Words and Pics by Rob Hopkins @notrobhop
These things always start too early.
Sitting in the passenger seat of Mike’s car waiting for a seemingly endless freight train to finish rumbling across the road in front of us, I tried to stay awake by imagining what it would be like to be in good enough shape that I could climb and ride lines like this one really quickly. Like, quickly enough that I would be able to get up at 7AM instead of 3AM, and still be back at the car by 11AM.
Maybe one day. But probably not.
Soon enough we were gearing up under a perfectly clear sky that was absolutely overflowing with stars. With no clouds in sight and the moon barely visible on the horizon we were treated to an epic view into the depths of the universe. This had to be the most beautiful start to a ski tour I have ever had, and I found myself stopping every 15 minutes or so just to take it all in.
I couldn’t help but laugh at the contrast between the epic beauty of the sky above us and the tunnel-vision inducing misery of grinding our way up this awful approach. This approach sucks. On a failed attempt last year I had the same experience here. Both times it started out with soccer ball sized chunks of avalanche debris and slowly transitioned to a steep and icy little slidepath that is just steep enough that you feel a bit ridiculous skinning it, and just mellow enough that you feel like an idiot taking your skis off and bootpacking it. Mike opted to feel like an idiot and I opted for the ridiculous method, and we both had a bad time, reaching the top simultaneously anyways. I really hate that approach.
If nothing else at least it’s straight forward.
After that grind was over we were treated to some mellow skinning to the base of the couloir and then a quick jaunt up to the top. The couloir itself is actually significantly shorter and less intimidating than what it looks like from the highway, the only trouble we had was with one of the cliffs midway through the line, which unlike the others, you could not bypass by walking over snow to one side of it but rather had to climb up and over a little ice step of maybe 4 feet. We did bring crampons just in case, but they were all the way in the bottom of our bags so both of us opted to do it in our Verts, and were quite surprised at how well they stuck in the ice after a couple aggressive kicks each. I mean I wouldn’t recommend them for Slipstream, but they did the trick on this short ice step with a nice soft landing below it.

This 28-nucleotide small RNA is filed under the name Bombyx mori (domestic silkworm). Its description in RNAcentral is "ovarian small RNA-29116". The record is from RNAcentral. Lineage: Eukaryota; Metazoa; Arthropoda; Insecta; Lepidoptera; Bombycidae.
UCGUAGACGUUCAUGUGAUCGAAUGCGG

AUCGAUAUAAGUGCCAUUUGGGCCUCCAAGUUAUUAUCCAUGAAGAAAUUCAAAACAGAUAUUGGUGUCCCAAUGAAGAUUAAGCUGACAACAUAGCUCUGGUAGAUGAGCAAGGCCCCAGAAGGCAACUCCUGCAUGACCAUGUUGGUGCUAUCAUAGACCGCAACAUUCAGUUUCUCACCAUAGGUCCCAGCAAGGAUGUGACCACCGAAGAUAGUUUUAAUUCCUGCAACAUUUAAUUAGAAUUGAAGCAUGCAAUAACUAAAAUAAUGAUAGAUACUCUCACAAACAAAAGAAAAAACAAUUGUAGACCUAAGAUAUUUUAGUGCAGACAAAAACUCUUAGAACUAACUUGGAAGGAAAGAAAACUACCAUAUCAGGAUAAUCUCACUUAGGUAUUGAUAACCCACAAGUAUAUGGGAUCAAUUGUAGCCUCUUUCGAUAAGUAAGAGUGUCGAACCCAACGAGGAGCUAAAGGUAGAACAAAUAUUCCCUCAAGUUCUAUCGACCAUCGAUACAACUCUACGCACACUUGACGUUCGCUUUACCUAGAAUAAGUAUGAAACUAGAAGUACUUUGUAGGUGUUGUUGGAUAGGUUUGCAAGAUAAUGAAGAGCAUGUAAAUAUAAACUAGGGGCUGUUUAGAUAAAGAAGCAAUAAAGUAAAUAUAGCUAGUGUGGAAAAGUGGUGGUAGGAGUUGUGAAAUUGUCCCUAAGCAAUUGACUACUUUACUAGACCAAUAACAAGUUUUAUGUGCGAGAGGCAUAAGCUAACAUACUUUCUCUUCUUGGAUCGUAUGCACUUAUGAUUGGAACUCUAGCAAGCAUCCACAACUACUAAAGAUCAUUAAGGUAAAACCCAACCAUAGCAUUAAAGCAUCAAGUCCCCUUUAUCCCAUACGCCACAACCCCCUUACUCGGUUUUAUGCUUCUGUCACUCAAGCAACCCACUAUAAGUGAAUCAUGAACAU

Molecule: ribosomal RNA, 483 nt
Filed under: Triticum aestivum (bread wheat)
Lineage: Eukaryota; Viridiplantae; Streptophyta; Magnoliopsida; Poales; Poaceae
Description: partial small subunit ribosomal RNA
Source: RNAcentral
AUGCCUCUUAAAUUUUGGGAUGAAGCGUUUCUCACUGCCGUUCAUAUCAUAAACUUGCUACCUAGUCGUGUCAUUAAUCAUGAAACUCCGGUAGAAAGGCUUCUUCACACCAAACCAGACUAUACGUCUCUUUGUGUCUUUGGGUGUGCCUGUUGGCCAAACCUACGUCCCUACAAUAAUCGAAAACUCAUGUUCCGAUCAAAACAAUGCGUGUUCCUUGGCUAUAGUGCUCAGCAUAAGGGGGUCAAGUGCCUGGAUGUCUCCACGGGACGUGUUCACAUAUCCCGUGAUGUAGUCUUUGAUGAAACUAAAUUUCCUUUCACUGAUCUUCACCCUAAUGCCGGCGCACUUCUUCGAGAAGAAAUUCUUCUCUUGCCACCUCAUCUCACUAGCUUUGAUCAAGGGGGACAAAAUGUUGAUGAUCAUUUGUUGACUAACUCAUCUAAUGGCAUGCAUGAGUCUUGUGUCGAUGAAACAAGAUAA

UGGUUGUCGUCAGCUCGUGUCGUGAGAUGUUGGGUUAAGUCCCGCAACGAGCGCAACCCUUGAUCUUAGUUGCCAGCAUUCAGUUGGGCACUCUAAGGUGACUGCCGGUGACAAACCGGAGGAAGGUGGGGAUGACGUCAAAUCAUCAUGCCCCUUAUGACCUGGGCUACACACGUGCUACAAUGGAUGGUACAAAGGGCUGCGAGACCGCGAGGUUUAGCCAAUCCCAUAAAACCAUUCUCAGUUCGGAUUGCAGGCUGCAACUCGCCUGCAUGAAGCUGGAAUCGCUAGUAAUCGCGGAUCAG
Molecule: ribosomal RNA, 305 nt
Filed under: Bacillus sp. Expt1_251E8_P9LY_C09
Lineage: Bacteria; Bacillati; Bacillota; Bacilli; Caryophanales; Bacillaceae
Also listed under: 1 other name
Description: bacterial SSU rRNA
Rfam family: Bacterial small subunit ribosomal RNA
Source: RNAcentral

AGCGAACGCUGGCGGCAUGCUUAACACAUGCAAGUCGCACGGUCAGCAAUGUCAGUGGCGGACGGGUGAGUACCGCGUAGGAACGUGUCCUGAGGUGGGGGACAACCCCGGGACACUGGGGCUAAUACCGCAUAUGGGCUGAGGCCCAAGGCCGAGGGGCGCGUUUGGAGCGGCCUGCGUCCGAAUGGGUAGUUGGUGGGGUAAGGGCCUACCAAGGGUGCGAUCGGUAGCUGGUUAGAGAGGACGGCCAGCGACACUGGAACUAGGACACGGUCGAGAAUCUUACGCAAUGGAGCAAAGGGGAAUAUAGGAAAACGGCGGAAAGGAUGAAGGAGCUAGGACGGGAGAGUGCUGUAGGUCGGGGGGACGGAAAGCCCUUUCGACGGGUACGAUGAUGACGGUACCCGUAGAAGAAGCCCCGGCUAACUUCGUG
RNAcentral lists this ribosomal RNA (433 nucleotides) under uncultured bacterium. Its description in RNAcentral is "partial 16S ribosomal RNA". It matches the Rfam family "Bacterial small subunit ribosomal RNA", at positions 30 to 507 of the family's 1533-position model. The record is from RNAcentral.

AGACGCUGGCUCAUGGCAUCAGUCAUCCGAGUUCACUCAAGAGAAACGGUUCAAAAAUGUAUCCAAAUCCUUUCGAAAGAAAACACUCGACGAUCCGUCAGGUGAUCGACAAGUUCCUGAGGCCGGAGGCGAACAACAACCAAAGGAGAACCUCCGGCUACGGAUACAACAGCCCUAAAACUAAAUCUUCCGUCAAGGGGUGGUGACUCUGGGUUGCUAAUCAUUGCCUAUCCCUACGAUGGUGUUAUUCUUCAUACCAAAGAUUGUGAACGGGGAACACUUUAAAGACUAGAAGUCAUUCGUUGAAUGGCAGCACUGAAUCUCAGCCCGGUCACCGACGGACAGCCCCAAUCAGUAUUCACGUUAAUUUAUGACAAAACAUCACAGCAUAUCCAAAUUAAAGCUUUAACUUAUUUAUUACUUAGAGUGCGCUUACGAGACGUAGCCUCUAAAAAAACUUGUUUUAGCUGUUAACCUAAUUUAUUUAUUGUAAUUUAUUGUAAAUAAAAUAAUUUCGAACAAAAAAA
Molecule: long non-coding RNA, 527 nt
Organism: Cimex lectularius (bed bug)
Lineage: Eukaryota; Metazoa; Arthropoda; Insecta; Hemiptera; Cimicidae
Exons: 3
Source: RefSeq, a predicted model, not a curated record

Just below the cornice we did notice a windslab forming, but it was small, weakly formed and not very reactive at all, and we were both pretty confident that it could be managed safely, so one at a time we cautiously made our way across it and toward the menacing cornice guarding the top out. We were happily surprised to find that the cornice could be very easily bypassed via a hallway on the left side where the cornice doesn’t quite meet the rock wall.
We topped out around 11AM with an overcast sky and sub zero temperatures, and from the top of the couloir it looks like you could fairly easily reach the true summit of the mountain, but the riding looked crappy and mellow, and I needed to be at work 3 hours ago, so we decided to ride down from there.
Neither of us trusted the windslab near the top, so Mike found a safe spot to watch while I did a ski cut to clear out the slab, which was a little bit too effective, but that’s a whole ‘nother story.
The remainder of the line was excellent high quality riding, with deep snow and lots of fun cliffs and wallrides along the way to keep the dirty park rat that still resides deep inside my heart entertained for the full length of the line. Even some of the approach was fun to ride, with little pillows and cliffs everywhere.
Though the bottom half of the approach was still awful.